The Scott administration also has moved to revoke the license of The Rehabilitation Center at Hollywood Hills, which is fighting the decision. A multi-day hearing is scheduled to start Jan. 29 in that case.

–Christine Sexton, News Service of Florida

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11 Responses for “Assisted Living Facilities Are Challenging Rule Requiring Generator Power in Emergencies”

  1. Resident says:

    Why would they be challenging a possible life saving security? This would only make sense in so many ways – come on people – think of something other than the all mighty dollar like “lives”.

  2. Dave says:

    Get to it! how long does it take yo install a generator ? 2 hrs? Whats the problem? Just have it done this week. People always find something to complain about

  3. Kathy A says:

    Why would the facilities challenge this? I would never want a loved in to go through the tragedy in south Florida after Irma. It’s appalling!!!! Install them now.

  4. tulip says:

    Those homes make a ton of money and is the only home those defenseless people have in their latter years. It is inhumane not to have a safe hvac installed with backups incase of power loss, and the state should refuse to renew their licenses until the homes do have them installed. It’s a disgrace how the elderly are treated when they can’t fend for themselves.

  5. Todd says:

    Not sure where the State comes up with their math. $280 million for 350 assisted living facilities? That’s $800K per facility. A generator does not cost that much unless the government is purchasing them. They should be installed today.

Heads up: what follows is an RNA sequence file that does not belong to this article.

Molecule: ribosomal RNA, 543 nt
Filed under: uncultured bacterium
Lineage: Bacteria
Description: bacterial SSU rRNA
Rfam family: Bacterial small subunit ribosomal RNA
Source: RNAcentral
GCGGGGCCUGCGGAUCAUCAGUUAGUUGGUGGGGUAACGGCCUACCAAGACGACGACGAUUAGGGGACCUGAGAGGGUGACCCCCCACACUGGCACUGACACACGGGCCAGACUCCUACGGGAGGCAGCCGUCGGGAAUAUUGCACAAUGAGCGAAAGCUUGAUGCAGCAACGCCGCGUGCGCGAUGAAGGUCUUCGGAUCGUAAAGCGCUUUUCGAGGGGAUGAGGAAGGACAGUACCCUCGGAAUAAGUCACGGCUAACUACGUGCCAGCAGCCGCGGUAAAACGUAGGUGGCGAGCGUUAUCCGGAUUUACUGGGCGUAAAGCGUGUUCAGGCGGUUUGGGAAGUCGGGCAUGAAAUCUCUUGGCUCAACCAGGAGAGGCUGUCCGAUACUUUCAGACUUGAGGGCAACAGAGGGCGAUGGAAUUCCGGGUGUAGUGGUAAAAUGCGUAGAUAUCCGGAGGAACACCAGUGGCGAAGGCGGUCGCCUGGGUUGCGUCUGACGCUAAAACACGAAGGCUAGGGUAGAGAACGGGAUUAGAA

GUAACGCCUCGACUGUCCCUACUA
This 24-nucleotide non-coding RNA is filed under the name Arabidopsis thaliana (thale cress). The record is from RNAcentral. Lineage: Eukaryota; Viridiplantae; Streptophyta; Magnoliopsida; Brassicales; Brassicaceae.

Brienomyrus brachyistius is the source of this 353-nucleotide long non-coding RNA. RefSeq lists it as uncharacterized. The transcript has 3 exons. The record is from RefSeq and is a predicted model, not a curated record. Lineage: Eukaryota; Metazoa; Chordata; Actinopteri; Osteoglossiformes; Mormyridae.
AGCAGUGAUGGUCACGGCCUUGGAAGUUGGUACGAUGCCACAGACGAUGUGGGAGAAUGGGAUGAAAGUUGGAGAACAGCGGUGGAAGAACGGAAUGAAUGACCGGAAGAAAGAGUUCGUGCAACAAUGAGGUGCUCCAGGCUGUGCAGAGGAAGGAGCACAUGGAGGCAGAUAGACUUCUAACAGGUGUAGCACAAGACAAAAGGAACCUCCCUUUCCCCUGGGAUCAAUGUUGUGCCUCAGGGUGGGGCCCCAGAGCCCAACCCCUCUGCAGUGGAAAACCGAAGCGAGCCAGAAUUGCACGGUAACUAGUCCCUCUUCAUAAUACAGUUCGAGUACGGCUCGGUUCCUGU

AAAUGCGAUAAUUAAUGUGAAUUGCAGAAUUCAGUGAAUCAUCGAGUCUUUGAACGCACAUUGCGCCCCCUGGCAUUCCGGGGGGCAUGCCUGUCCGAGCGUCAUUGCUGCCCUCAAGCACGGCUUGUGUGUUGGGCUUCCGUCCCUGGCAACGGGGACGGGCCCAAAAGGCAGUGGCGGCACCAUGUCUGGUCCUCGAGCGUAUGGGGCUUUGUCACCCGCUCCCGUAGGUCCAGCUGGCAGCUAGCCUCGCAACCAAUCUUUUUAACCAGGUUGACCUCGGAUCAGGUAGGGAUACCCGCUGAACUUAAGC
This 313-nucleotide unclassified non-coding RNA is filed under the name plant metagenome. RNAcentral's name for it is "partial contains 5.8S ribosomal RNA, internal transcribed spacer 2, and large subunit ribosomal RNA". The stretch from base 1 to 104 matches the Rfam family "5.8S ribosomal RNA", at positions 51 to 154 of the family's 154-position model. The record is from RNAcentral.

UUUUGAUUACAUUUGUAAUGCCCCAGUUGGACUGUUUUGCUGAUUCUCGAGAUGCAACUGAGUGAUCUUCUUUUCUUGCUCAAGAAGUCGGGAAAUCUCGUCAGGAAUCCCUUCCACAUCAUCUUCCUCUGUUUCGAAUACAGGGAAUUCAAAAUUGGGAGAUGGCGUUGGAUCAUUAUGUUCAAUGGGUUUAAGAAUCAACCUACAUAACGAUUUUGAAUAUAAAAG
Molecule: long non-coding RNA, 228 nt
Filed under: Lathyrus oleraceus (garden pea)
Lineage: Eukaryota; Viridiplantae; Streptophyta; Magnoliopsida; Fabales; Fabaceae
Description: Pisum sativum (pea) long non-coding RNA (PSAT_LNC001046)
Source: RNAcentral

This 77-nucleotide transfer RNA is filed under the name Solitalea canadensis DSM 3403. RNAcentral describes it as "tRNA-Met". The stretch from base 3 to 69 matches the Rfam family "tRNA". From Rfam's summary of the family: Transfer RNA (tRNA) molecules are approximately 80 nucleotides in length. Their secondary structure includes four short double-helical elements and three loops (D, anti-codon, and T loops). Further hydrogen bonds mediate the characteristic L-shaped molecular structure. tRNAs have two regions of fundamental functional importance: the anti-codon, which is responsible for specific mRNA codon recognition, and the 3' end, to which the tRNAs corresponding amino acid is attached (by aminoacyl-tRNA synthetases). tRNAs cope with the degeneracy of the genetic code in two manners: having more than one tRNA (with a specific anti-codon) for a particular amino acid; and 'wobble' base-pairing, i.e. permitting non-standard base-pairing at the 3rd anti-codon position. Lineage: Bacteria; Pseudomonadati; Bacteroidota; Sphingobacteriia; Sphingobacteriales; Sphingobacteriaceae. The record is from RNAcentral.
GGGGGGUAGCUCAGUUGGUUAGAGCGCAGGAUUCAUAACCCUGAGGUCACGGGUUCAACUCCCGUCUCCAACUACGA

6. Kim says:

    Of course they are. It’s not about providing for seniors, it’s about money. And the Republicans will back them up. They did the same thing when this happened in 2004. No surprise.

  7. Kim says:

    Of course they are. It’s not about providing for seniors, it’s about money and profits. Voiceless old people are good business. This is the same thing that happened in 2004. And the Republicans come down on the side of money. No surprise.

  8. Seriously says:

    These comments are seriously ignorant. Commercial generators are very expensive and must be custom built to support large buildings like these facilities. And you have to store enough fuel to run them. Not to mention this is an unfunded mandate imposed on private businesses

  9. Bc. says:

    As usual the government will always over pay and send the bill to the tax payers. This should have been done years ago.

  10. ASF says:

    If your loved one was in one of those facilities, believe me, you would want and expect them to have a back-up generator in case of emergencies.

  11. a tiny manatee says:

    Looking forward to “an unfunded mandate imposed on private business” being your last words as you lie alone, rotting in a completely unregulated assisted living facility waiting for inevitable summer dieoff due to the cost saving measure of setting the thermostats to 90.